A soccer coach can learn a lot about winning games by watching basketball. That's the philosophy that drives Gareth Southgate, the coach for England's World Cup team. By combining ideas from different fields--literally--Southgate has helped England advance to the World Cup semifinals for the first time since 1990.
An article in the Wall Street Journal revealed Southgate's strategy. What the article didn't mention is that the formula is a time-tested and scientifically proven hack that geniuses use to come up with creative ideas. It worked for Steve Jobs. First, let's talk about the strategy.
Rip ideas from the NBA playbook.
The article begins with Southgate sitting courtside at an NBA game between the New Orleans Pelicans and the Minnesota Timberwolves. The coach was curious about how NBA players created space around the basket, thinking he could "steal" ideas for set-plays on a soccer field like corner kicks and free kicks.
As it turned out, Southgate did find a similarity, and his strategy paid off in England's World Cup victories against Panama and Sweden. In a visual sequence of plays, the article describes step-by-step how the English soccer team "used a strategy ripped straight from a basketball playbook" to notch its most impressive wins.
None of this would surprise psychologists who study creativity and genius. Creative ideas rarely come out of nowhere. More often than not, creative leaders combine ideas from different fields and apply them to the task or problem they're attempting to solve. Some researchers call it "association," the ability to connect ideas from unrelated fields. Steve Jobs simply called it "connecting things."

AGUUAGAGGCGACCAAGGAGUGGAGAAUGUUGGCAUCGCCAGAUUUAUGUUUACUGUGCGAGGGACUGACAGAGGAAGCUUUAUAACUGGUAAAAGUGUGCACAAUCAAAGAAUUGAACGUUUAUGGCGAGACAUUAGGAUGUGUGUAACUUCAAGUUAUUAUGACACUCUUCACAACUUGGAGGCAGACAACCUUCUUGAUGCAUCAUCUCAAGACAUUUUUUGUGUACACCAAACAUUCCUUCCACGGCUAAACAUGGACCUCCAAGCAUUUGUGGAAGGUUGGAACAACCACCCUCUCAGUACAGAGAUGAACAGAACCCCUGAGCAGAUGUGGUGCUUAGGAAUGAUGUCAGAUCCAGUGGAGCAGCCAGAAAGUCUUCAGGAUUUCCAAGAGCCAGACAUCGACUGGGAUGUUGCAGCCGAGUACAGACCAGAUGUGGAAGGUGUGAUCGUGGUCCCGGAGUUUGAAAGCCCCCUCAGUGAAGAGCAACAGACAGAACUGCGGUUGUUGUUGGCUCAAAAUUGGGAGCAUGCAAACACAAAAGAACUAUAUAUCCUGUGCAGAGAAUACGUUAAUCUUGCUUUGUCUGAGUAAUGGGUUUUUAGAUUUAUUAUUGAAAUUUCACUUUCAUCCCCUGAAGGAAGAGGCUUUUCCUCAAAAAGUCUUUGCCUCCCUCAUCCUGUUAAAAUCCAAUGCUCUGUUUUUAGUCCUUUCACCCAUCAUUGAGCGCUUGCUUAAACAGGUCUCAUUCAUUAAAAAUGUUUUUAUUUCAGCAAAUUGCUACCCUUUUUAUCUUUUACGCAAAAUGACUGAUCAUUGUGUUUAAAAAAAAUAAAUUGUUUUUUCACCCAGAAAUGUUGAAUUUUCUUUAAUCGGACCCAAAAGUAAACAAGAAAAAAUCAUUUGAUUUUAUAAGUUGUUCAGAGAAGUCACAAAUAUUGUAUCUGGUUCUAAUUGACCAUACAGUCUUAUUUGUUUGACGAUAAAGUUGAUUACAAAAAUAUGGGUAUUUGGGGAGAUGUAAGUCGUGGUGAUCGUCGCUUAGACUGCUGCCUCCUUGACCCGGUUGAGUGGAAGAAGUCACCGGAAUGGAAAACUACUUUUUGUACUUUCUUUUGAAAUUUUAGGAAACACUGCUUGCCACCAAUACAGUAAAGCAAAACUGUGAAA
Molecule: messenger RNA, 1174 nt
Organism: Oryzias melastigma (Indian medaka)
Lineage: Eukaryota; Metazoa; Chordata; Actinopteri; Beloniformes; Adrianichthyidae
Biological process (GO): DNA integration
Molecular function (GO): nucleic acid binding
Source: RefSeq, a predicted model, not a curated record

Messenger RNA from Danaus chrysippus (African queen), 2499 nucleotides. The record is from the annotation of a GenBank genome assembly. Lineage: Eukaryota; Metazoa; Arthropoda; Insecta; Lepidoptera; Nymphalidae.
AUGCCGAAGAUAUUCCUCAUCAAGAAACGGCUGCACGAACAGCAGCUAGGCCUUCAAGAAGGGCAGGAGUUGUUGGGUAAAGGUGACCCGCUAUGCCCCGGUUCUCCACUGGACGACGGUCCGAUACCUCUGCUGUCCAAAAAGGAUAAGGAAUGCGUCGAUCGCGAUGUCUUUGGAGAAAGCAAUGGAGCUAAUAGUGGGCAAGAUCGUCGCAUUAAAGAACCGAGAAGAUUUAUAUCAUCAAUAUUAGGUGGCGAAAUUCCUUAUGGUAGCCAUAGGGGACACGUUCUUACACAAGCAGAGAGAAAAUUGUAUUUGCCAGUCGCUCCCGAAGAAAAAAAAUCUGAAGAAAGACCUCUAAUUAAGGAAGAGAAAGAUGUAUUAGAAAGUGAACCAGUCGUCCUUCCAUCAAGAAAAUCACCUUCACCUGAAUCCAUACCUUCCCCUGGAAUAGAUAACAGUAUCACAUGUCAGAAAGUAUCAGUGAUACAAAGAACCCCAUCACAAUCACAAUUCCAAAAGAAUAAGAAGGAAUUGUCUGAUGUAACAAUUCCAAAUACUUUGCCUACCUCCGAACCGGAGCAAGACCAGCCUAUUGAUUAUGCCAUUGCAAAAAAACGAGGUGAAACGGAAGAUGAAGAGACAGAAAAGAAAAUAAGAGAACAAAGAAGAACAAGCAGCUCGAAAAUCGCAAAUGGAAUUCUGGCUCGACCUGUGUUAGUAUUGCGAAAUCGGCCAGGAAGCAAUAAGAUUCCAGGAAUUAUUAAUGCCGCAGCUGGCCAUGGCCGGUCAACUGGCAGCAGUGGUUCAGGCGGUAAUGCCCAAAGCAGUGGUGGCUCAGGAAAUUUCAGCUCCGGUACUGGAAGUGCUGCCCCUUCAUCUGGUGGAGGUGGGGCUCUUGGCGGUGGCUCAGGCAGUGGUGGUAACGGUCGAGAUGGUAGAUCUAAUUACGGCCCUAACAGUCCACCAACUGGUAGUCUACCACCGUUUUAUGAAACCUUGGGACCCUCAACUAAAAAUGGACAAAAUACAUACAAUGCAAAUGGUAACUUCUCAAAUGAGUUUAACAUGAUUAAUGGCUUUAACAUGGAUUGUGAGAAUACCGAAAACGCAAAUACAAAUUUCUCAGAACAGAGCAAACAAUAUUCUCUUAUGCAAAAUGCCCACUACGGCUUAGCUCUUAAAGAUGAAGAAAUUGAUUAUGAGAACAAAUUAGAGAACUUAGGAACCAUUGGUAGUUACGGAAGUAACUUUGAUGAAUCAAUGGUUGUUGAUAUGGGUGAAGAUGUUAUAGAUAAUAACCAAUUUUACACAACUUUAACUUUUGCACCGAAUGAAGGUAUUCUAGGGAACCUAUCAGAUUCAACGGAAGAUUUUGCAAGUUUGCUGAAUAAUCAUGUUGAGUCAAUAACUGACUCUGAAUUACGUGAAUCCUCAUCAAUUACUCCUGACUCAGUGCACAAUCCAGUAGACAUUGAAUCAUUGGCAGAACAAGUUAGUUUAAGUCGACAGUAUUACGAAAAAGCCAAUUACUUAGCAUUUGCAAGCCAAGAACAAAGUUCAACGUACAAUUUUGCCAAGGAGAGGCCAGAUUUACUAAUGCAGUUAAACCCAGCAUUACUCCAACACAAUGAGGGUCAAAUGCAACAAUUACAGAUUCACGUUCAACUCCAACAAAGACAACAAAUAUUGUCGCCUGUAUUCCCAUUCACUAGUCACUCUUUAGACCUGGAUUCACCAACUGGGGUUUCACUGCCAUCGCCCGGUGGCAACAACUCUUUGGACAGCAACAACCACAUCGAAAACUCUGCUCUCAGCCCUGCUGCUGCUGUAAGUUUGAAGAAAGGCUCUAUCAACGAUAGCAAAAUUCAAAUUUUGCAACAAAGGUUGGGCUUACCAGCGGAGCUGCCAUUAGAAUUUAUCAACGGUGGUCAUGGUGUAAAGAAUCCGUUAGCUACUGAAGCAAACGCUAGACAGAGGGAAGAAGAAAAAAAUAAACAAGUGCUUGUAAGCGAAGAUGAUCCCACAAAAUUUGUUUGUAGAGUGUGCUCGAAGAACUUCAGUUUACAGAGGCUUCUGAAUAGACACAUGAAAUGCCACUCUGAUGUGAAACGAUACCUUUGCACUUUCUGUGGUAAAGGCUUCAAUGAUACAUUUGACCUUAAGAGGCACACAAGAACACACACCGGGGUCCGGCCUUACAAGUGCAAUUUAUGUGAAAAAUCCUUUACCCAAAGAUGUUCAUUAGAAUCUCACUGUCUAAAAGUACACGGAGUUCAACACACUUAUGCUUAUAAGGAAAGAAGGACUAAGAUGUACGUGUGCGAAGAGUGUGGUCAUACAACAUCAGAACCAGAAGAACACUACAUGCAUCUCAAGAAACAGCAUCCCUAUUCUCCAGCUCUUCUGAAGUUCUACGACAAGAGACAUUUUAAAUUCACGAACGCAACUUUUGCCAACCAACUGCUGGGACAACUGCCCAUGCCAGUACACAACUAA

Look outside your field for inspiration.
Jobs once said, "Good artists copy; great artists steal." He was right. He didn't mean "steal" in the literal sense. Instead, Jobs believed entrepreneurs should look outside their field for inspiration.
While researching a book about the Apple store several years ago, I learned nearly all of the ideas that made the Apple store the most profitable retailer on the planet were inspired by five-star hotel brands like The Ritz-Carlton and the Four Seasons. For example, the Genius Bar was pulled right out of a hotel playbook. Instead of a lobby bar dispensing alcohol, it would dispense advice. Even the customer-service steps Apple employees are trained to follow are ripped right out of the famous Ritz-Carlton steps of service. Yes, great artists steal ideas from different fields.
In 2015, a group of European research scientists performed a remarkable experiment. They interviewed hundreds of roofers, carpenters, and in-line skaters. The three categories were chosen because, while they are completely different fields, they share an analogous problem: how to encourage people to use safety gear to prevent injuries.
The study found people who are more receptive to looking outside of their field for creative solutions come up with better ideas. In fact, staying stuck in your domain or area of expertise actually blocks the creative process. Great leaders are great because they come up with novel solutions to stubborn problems. And novel solutions are often found in areas that are similar, but different, from the one you're working in.
In the same way, Steve Jobs found analogous ideas in different fields---like combining calligraphy and computing to create the Macintosh. Gareth Southgate found a similar or "analogous" situation between corner kicks in soccer and the pick-and-roll in basketball. By adopting ideas from outside his field, Southgate was able to create an opportunity for the English national team to be more successful than they've been in decades.
Epiphanies or "eureka" moments don't happen by thinking harder about a problem; they happen by completely rethinking the problem. The next time you're facing a vexing problem, don't copy what another person or company is doing in your industry. Instead, steal ideas from outside of your field.